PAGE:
Legislative District Coordination Committee
Executive District Administration Office Mr. Anand Paudel
Judicial District Court Mr. Ishwari Prasad Bhandari

Administrative divisionsEdit

The district consists of ten municipalities, out of which four are urban municipalities and three are rural municipalities. These are as follows:[16]

Former Village Development CommitteesEdit

Prior to the restructuring of the district, Baitadi District consisted of the following municipalities and Village development committees:

Map of the VDC/s and Municipalities in Baitadi District


Volleyball is the most popular sport in Baitadi. Besides, Cricket is equally popular. Baitadi has won many regional competitions; It is home to many eminent national players for the Nepal national cricket team.[citation needed]


Saugaat FM 103.6 MHz,[17] Samsher, FM 106.6 MHz and Ninglashaini FM 94.0 MHz[18] are the radio stations of the Baitadi District. Radio Pura Sanchar 97.0 MHz is also in the Baitadi District.


Corn and wheat are the main crops of this region, but millet, maize and rice are also grown for home use. Commercial farming is not popular in this region. Some fruits are grown and exported to the nearby headquarters Bhimdatta and Dhangadhi—particularly Mandarins, Oranges, Lemons, and sometimes Emblica. The latter is found both domesticated and growing wild in the forests. Sapindus or Soapnut is also grown and used for washing clothes as well a bodies. Sapindus is also exported to nearby towns.[citation needed]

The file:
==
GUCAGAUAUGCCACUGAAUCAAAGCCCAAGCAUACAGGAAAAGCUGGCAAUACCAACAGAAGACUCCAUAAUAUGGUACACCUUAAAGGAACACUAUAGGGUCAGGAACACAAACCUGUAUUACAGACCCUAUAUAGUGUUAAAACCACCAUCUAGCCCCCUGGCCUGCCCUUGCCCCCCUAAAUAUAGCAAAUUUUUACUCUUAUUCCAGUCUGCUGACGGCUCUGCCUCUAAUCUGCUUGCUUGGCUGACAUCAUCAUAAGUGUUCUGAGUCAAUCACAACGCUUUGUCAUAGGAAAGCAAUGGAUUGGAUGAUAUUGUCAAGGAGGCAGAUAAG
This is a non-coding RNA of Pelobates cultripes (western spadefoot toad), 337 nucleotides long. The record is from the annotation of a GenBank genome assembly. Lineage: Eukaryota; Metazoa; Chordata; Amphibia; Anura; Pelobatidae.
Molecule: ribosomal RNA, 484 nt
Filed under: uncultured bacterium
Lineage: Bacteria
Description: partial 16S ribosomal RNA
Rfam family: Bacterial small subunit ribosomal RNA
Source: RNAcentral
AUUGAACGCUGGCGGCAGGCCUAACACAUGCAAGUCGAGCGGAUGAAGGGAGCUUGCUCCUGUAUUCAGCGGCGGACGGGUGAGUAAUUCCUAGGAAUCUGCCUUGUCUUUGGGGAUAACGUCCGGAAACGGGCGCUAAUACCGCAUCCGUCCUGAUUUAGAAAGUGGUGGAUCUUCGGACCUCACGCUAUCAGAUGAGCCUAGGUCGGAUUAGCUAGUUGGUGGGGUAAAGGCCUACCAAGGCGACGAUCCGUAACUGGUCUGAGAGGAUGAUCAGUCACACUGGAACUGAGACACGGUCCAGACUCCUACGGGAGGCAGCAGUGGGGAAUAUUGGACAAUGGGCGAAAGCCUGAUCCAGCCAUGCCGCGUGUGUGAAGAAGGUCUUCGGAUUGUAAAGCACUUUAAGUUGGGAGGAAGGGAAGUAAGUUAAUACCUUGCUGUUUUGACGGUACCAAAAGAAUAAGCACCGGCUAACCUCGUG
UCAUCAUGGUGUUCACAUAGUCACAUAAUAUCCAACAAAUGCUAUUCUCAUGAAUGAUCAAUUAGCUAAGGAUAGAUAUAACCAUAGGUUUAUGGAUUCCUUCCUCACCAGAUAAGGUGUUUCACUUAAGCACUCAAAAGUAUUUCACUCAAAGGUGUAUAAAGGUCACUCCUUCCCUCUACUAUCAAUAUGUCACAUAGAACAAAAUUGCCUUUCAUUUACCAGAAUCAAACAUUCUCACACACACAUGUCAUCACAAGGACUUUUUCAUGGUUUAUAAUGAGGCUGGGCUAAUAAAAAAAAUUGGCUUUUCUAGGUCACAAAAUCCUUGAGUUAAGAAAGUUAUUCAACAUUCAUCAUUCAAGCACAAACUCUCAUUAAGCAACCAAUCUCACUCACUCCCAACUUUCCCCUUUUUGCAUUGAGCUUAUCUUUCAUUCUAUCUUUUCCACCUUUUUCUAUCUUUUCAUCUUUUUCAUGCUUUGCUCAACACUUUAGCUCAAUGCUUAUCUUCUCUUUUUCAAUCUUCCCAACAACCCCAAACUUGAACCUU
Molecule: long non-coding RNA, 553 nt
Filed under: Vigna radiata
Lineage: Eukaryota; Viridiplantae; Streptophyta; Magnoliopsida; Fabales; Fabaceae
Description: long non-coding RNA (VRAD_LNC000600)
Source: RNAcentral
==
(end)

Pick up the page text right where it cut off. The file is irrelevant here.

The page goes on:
Sites of interestEdit

The Gwallek Kedar sacred forest, situated wholly in Baitadi district, is considered the most important 'Kedar' - abode of Mahadev - of the four Kedars that lie along the Indo-Nepal border between western Nepal and Uttarakhand. As such, it is an important regional pilgrimage site.[19]


  1. ^ a b c "National Population and Housing Census 2011(National Report)" (PDF). Central Bureau of Statistics. Government of Nepal. November 2012. Archived from the original (PDF) on 2013-04-18. Retrieved 20 June 2015.
  2. ^ a b Jha, Hari Bansh (1993). The Terai Community and National Integration in Nepal. Centre for Economic & Technical Studies.